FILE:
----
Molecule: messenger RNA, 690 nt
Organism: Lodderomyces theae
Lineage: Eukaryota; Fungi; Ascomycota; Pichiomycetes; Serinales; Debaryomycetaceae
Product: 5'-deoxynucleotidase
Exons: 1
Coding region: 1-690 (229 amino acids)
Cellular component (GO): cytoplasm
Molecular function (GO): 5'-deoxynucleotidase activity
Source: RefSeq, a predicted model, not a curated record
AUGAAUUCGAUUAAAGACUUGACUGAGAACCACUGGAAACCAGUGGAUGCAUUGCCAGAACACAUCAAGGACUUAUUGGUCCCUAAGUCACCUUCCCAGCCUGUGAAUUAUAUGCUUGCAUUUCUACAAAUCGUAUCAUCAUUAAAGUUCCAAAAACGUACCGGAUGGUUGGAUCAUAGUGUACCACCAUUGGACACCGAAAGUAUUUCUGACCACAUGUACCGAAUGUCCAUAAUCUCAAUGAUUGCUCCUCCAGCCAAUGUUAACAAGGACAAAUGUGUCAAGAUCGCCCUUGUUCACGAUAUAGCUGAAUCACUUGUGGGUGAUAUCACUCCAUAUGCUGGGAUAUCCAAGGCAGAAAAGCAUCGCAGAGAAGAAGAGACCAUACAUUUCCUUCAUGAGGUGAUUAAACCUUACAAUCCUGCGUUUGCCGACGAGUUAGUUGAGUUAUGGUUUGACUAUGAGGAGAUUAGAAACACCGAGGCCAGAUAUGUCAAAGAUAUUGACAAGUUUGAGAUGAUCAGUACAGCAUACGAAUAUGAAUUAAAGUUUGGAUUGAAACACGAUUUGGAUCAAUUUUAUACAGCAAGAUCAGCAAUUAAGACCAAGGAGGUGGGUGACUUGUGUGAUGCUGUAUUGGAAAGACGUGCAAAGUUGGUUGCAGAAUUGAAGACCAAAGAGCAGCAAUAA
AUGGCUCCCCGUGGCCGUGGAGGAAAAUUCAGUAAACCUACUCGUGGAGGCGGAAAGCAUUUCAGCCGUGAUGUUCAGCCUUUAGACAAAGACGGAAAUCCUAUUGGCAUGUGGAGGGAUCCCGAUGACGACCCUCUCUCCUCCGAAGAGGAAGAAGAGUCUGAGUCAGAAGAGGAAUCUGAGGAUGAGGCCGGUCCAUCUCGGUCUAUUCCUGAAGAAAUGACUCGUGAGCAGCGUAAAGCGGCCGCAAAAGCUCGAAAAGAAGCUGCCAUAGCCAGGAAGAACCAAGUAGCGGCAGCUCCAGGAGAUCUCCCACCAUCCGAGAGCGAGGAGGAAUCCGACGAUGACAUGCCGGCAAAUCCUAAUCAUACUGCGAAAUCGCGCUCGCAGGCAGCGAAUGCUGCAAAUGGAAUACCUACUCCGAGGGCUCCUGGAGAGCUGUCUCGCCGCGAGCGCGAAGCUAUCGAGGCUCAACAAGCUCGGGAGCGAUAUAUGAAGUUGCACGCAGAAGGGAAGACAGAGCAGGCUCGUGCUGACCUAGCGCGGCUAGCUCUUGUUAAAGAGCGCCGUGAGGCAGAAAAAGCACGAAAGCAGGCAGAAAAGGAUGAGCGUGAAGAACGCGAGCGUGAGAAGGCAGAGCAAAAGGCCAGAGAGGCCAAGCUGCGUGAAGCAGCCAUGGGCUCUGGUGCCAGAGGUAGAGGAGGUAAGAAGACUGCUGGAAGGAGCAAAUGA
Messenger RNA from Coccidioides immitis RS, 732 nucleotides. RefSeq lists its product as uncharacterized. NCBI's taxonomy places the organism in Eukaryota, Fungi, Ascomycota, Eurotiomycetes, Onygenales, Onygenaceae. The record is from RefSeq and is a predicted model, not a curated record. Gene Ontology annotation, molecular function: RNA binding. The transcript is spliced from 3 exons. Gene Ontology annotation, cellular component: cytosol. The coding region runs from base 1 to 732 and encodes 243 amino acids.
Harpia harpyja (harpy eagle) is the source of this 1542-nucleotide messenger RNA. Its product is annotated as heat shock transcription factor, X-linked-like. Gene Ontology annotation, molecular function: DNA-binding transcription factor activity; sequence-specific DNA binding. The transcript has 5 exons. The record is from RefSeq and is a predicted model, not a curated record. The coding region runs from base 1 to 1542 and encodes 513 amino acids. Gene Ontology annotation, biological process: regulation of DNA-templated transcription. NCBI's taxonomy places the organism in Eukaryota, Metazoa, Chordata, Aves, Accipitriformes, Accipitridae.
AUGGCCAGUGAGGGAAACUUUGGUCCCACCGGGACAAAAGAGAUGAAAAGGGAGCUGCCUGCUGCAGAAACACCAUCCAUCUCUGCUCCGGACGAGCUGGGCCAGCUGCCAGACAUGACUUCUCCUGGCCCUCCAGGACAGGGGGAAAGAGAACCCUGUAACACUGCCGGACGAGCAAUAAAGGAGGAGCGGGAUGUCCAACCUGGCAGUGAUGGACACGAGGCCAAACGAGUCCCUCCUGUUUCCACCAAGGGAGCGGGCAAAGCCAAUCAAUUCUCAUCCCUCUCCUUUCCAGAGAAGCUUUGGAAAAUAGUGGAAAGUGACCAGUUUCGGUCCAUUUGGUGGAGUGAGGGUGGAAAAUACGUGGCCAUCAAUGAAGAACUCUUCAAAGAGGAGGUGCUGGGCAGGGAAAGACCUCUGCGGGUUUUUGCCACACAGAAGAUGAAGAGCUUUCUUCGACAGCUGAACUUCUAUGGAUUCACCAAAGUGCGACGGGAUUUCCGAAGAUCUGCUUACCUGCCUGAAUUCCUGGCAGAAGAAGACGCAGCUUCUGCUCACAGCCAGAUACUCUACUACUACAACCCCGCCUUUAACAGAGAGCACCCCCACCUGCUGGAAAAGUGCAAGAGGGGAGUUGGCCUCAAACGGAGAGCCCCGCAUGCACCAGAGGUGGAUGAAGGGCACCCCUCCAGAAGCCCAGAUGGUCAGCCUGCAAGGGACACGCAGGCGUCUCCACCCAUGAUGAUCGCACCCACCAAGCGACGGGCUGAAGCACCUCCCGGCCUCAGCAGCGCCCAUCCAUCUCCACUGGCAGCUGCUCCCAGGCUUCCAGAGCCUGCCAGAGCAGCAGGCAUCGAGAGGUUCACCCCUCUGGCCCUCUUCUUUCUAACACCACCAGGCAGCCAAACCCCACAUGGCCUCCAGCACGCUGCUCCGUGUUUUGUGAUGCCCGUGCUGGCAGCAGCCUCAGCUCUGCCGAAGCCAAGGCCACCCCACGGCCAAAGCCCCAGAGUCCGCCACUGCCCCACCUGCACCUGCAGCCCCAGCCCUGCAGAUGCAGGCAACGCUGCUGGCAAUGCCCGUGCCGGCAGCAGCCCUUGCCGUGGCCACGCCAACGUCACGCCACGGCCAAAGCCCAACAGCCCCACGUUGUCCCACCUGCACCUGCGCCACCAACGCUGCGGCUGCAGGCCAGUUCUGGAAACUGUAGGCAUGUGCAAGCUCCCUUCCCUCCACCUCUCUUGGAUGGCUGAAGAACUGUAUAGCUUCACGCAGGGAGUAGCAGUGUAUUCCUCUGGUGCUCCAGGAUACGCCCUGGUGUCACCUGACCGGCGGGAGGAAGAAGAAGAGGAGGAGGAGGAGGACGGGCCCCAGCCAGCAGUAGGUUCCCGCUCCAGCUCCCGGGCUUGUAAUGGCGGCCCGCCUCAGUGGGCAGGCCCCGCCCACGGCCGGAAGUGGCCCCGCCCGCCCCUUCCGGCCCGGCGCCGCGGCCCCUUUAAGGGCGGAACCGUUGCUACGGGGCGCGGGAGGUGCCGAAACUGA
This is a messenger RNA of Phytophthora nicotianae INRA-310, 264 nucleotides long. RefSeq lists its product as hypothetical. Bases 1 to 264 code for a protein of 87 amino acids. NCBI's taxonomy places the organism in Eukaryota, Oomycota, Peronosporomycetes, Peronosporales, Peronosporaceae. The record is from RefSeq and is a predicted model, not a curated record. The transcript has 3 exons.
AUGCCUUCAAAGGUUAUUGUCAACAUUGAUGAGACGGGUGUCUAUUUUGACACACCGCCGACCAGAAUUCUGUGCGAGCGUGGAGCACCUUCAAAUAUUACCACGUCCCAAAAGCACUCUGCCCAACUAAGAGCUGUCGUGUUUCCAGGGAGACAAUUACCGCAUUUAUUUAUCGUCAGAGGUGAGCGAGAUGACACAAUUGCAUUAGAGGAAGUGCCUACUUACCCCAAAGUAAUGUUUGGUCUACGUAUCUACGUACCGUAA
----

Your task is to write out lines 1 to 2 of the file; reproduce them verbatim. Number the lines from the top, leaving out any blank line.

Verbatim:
Molecule: messenger RNA, 690 nt
Organism: Lodderomyces theae